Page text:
- When parents can’t agree, child custody can be one of the most contentious and complex issues to resolve during a divorce. Parents who won’t work together on custody and placement matters may have no choice but to have a Wisconsin divorce court determine what is best for their child. If you and your ex disagree about these issues, you will need to know: What factors will a Wisconsin court consider about child custody in my divorce?
Legal Custody and Physical Placement
What is Legal Custody?
- In Wisconsin, the term legal custody refers to a parent’s authority to make decisions regarding their child. This authority typically includes the power to make choices about matters that impact a child’s daily life and routine.
- Under Wisconsin law, when both parents are appropriate, it is presumed that joint or shared legal custody is in the child’s best interest.
- If you have legal custody, that may mean you have decision-making authority over matters such as where your kids go to school, who provides their medical care, and what kind of treatment they can receive.
- Depending on the details of your custody order, one parent may also have exclusive decision-making over certain issues, such as where your child lives and attends religious services.
What is Physical Placement?
- Physical placement refers to the time a parent has their child with them.
- When both parents are safe, Wisconsin law requires that the court “set a placement schedule that allows the child to have regularly occurring, meaningful periods of physical placement with each parent and that maximizes the amount of time the child may spend with each parent, taking into account geographic separation and accommodations for different households.”
- In many cases, parents will decide on a placement schedule that fits their circumstances. However, if they cannot agree, the court will examine several aspects of the parent-child relationship in determining how to set the placement schedule.
Best Interests Factors
- Wisconsin divorce courts consider numerous factors when deciding child custody and physical placement. Namely, the court will look at matters such as: the wishes of the child or parents, parental cooperation and communication, how much parents are likely to support one another’s relationship with their child, sibling relationships, parent-child relationships, whom a parent is dating, the household composition, the child’s and other household members’ mental health, the child’s developmental stages, and the child’s adjustment their home, school, religion, and community, we well as other factors. Additionally, issues related to substance abuse and violence will also be taken into account. These “best interests” factors are designed to consider multiple aspects of a child’s life and circumstances. Further, the list is comprehensive but not exhaustive, meaning that the court is also free to examine practically anything that may impact a child’s home life, health, and stability.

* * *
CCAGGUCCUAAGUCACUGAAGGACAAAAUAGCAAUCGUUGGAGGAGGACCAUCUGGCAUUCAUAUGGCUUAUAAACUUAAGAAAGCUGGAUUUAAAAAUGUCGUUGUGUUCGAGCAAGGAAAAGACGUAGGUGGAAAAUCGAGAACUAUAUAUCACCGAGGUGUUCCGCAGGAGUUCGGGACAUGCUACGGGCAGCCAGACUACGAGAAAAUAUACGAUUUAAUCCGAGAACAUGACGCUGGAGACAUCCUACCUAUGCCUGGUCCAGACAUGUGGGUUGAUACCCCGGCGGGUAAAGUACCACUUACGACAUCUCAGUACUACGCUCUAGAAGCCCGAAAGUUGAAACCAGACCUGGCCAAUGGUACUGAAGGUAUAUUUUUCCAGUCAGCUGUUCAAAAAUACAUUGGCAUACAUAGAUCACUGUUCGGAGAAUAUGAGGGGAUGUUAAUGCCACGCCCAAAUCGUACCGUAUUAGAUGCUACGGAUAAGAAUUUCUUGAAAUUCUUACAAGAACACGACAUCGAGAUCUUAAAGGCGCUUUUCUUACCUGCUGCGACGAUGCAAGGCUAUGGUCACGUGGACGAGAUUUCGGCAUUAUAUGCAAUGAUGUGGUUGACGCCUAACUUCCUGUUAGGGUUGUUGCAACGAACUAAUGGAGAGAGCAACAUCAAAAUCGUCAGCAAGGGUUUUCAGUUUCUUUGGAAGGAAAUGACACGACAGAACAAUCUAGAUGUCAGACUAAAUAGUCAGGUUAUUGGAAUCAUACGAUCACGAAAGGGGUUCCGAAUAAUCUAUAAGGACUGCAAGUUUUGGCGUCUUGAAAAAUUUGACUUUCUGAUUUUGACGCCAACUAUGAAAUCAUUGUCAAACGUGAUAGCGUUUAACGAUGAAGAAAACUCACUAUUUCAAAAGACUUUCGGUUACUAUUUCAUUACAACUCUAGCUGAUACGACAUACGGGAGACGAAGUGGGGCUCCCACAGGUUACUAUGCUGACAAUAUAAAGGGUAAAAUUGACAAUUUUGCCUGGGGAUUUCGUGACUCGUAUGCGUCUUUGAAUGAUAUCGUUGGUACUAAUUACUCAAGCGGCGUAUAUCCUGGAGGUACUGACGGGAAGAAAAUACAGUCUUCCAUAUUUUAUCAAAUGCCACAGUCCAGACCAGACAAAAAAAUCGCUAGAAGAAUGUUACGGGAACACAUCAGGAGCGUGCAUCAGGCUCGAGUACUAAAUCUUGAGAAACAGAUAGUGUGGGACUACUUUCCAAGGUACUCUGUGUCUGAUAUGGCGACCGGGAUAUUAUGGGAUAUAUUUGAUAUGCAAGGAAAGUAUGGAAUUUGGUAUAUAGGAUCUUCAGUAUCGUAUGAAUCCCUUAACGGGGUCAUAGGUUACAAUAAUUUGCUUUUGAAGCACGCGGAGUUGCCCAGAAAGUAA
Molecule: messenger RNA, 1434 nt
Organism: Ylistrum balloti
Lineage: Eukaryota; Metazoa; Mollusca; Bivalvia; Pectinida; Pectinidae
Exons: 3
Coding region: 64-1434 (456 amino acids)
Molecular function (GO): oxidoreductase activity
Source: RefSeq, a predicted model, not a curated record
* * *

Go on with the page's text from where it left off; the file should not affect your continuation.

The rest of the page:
- Ultimately, the court’s focus will be on relevant facts about your child’s life and determining how certain custody and physical placement arrangements may impact their well-being. During this process, the degree to which parents put their children in the middle of their divorce will matter to the court. For instance, if one parent routinely disparages the other around their kids or discusses the divorce with them, it can be harmful and damaging. Further, when parents interfere with each other’s placement time or access to their children, it is usually concerning to the court. Depending on the circumstances, the presence of a new partner, step-parent, and other kids may also be an important issue in the court’s eyes.
- Divorce can be painful and hard on everyone, especially children. Therefore, Wisconsin child custody and placement laws are centered around supporting children’s welfare. The best interest factors are there to help the court determine the most beneficial ways for parents to share decision-making and placement time. Outside of concerning circumstances, the law presumes that it’s better for kids when their parents can share custody and have substantial placement time with them.
Contact a Wisconsin Child Custody Attorney
- When parents can put their differences aside for the sake of their kids, they are often able to work out child custody and physical placement without fighting in court. However, sometimes this level of co-parenting collaboration is not realistic or possible. If you and your ex can’t agree on custody and placement, it’s essential that you consult with an experienced Wisconsin divorce attorney. Your counsel can help you examine the Wisconsin best-interest factors and explain how they may impact your case.
- Wisconsin Attorney and Mediator Karyn Youso of First Look Family Law has extensive experience assisting clients with child custody matters before, during, and after divorce and can help you determine your next steps. If you have a child custody matter in the greater Milwaukee area, please get in touch with us to schedule a consultation.